Mitsuba or Japanese parsley has a very distinct celery-like flavor with a hint of parsley taste. It even looks oddly similar to parsley with tender leaves and crunchy stalks. It’s used mainly in salads, soups, and as garnishing to sushi and sashimi.
Mitsuba is a great source of vitamin K and vitamin A. It also contains folate, vitamin C, biotin, and minerals like potassium, phosphorus, calcium, and magnesium.
Daikon (Giant white radish)
Daikon or giant white radish is definitely one of the most popular and versatile Japanese vegetables. It can be eaten both raw or cooked. Compared to other radishes, daikon has a milder flavor with a less peppery and slightly spicy taste. It turns slightly sweet with none of the spicy taste when it’s cooked.
Daikon is packed with vitamin C and many protective plant compounds. It’s also an excellent source of folate, calcium, magnesium, copper, and potassium.
Shiso (Perilla leaf)
Shiso or perilla leaf is one of the staple herbs in Japanese cooking. It’s known for its jagged leaves and refreshing flavor. The green shiso is often served with sashimi, in salads, or in soups. Red shiso on the other hand is used to add color to dishes and to pickle Japanese plum.
Shiso is rich in calcium, iron, and carotene (in fact it contains ten times more carotene than pumpkin). It also has anti-inflammatory, antiviral, antioxidant, and antibacterial properties.
Kabu (Tokyo turnip)
Kabu or sometimes called Tokyo turnip has a mild and fresh taste with notes of nuttiness, sweetness, and earthy flavor. These pastel white turnips shaped like a mini globe can be eaten raw or cooked. There are also kabu varieties that come with red skin which retains its deep rich color even after cooking.
Kabu is particularly rich in protein and calcium. It also contains vitamin C, iron, vitamin A, and fiber.
Negi (Japanese long onion)
Negi or Naga Negi which literally means long onion resembles leek (while smaller varieties of Negi resemble chives). Although they are used in the same way, Negi has a tough texture that can withstand long cooking periods. There are two common varieties, the Kanto (long white stem), and the Kansai (stem is almost entirely green).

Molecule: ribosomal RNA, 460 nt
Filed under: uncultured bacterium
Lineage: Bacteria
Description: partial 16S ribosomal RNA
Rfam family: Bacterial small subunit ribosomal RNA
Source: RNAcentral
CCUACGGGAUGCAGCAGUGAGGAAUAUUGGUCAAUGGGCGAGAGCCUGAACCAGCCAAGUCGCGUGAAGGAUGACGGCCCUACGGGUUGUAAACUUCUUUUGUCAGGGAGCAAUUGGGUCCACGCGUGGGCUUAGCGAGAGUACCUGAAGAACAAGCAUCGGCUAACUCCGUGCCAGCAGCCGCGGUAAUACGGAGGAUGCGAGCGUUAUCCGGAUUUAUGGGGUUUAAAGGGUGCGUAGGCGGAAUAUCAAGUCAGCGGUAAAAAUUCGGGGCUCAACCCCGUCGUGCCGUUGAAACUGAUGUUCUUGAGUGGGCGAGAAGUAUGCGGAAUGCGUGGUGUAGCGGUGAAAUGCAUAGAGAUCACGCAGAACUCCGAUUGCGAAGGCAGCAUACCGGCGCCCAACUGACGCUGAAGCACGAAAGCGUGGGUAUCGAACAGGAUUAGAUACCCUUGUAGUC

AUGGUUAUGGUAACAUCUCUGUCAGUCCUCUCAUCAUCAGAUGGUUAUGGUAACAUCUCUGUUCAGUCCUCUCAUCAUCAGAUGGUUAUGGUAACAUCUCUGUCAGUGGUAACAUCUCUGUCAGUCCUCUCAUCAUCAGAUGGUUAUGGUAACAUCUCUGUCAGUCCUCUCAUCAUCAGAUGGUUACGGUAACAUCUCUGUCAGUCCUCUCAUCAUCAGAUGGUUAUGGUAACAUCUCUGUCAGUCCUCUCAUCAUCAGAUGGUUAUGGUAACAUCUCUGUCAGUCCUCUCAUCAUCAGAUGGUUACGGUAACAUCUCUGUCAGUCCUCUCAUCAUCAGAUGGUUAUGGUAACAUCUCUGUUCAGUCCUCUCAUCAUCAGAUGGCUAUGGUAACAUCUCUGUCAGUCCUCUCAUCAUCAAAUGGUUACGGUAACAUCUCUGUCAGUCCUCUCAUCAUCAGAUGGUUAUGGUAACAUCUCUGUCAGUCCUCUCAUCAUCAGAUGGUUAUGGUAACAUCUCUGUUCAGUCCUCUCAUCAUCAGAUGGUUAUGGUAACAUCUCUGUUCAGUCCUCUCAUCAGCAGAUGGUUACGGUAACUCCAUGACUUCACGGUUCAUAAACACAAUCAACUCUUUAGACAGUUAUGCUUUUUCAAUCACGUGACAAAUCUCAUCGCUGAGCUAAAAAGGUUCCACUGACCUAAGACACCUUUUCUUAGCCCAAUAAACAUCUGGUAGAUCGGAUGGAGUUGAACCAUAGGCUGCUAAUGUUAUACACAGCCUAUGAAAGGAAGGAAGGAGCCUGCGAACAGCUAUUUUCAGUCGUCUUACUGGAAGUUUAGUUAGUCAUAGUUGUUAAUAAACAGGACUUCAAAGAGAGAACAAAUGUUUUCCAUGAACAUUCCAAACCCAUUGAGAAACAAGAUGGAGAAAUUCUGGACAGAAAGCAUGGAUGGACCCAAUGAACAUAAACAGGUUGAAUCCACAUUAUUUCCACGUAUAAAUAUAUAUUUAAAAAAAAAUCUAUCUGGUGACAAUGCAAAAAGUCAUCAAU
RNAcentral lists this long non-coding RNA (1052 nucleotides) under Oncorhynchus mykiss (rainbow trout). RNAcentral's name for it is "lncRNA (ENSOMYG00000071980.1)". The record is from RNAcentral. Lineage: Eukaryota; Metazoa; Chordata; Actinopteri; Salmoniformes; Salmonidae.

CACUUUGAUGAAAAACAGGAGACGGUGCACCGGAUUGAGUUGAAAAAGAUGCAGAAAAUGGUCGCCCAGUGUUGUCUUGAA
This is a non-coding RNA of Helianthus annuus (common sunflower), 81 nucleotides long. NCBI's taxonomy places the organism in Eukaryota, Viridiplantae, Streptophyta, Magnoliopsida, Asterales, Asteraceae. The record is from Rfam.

Negi contains vitamin A, vitamin C, and vitamin K. It also has calcium, copper, iron, and vitamin B6.
Okura or okra is a summer vegetable with a sticky or slimy texture when raw that lessens or disappears when boiled or fried. It can be eaten raw in salads, deep-fried n tempura, or simply serve with soya sauce and katsuobushi or smoked bonito flakes.
Aside from its antioxidants content, okra is also rich in vitamin A, vitamin C, and folate. It actually also contains a protein called lectin which may help in inhibiting cancer cell growth.
Goya (Bitter melon)
Goya, or bitter melon, is Okinawa’s superfood. This bumpy, cucumber-shaped vegetable contains a phytonutrient called polypeptide-P which helps in lowering blood sugar levels. It also has charantin which helps in increasing the metabolism of glucose in the body.
Goya is also a good source of fiber, vitamin C, folate, and vitamin A. It’s good for stimulating digestion, regulating bowel movements, aiding weight loss, and may also have cancer-fighting properties.
Satsuma-imo (Sweet potato)
Satsuma-imo or sweet potato is so popular in Japan that they even have satsuma-imo-flavored ice cream. It’s also featured in many desserts on top of the many dishes that you can make from it.
Satsuma-imo is rich in phytonutrients like coumarins, peonidin, chrysoeriol, quercetin, and kaempferol. It also contains phytosterols that may lower LDL cholesterol and polyphenols which work as antioxidants.
Wasabi root is the root of the wasabi plant that is grated (traditionally on a wooden board lined with rough shark skin) and used as a condiment. Although we’re more familiar with the green-colored paste with a burning hot taste, real wasabi has a sweeter, milder, and fruitier flavor.
Wasabi is particularly rich in beta carotene, isothiocyanates, and glucosinolates. It also contains naturally occurring compounds called ITCs which may have antibacterial and anti-inflammatory properties.
Kabocha (Japanese pumpkin)
Kabocha is a Japanese variety of winter squash. It has a flavor very similar to the pumpkin with a slightly sweeter taste. It’s traditionally eaten in the winter solstice celebrations. It can be made into tempura or kabocha purin (sweet pumpkin pudding).
Kabocha, in addition to its antioxidants content also contains vitamin A, vitamin C, B vitamins, magnesium, potassium, and fiber. The seeds are particularly good sources of protein, zinc, and healthy oils.
Nagaimo (Japanese mountain yam)
Nagaimo or Japanese mountain yam has a mellow taste and is the only yam that is edible in its raw form. It’s usually prepared by soaking it in acid then gets grated into a slimy paste that adds texture to noodles or rice.
It contains high levels of amylase that aids in the digestion of starchy foods. It also contains protein, minerals, and vitamin C. Its diastase content helps in promoting digestion and activating liver function.
Myoga (Japanese ginger)
Myoga or Japanese ginger belongs to the ginger family but unlike ginger where it's the rhizomes that are used in cooking, with myoga, it’s the flower buds and the flavorful shoots that are edible. It does have a mild ginger-like taste with a crisp and crunchy texture. It’s commonly sliced finely and used as a condiment in soups, sashimi, cold noodles, sushi, salads, or pickles. It can also be sprinkled on top of roasted meats and vegetables.
Myoga contains vitamin K, folate, vitamin A, vitamin C, manganese, magnesium, potassium, calcium, copper, phosphorus, and molybdenum.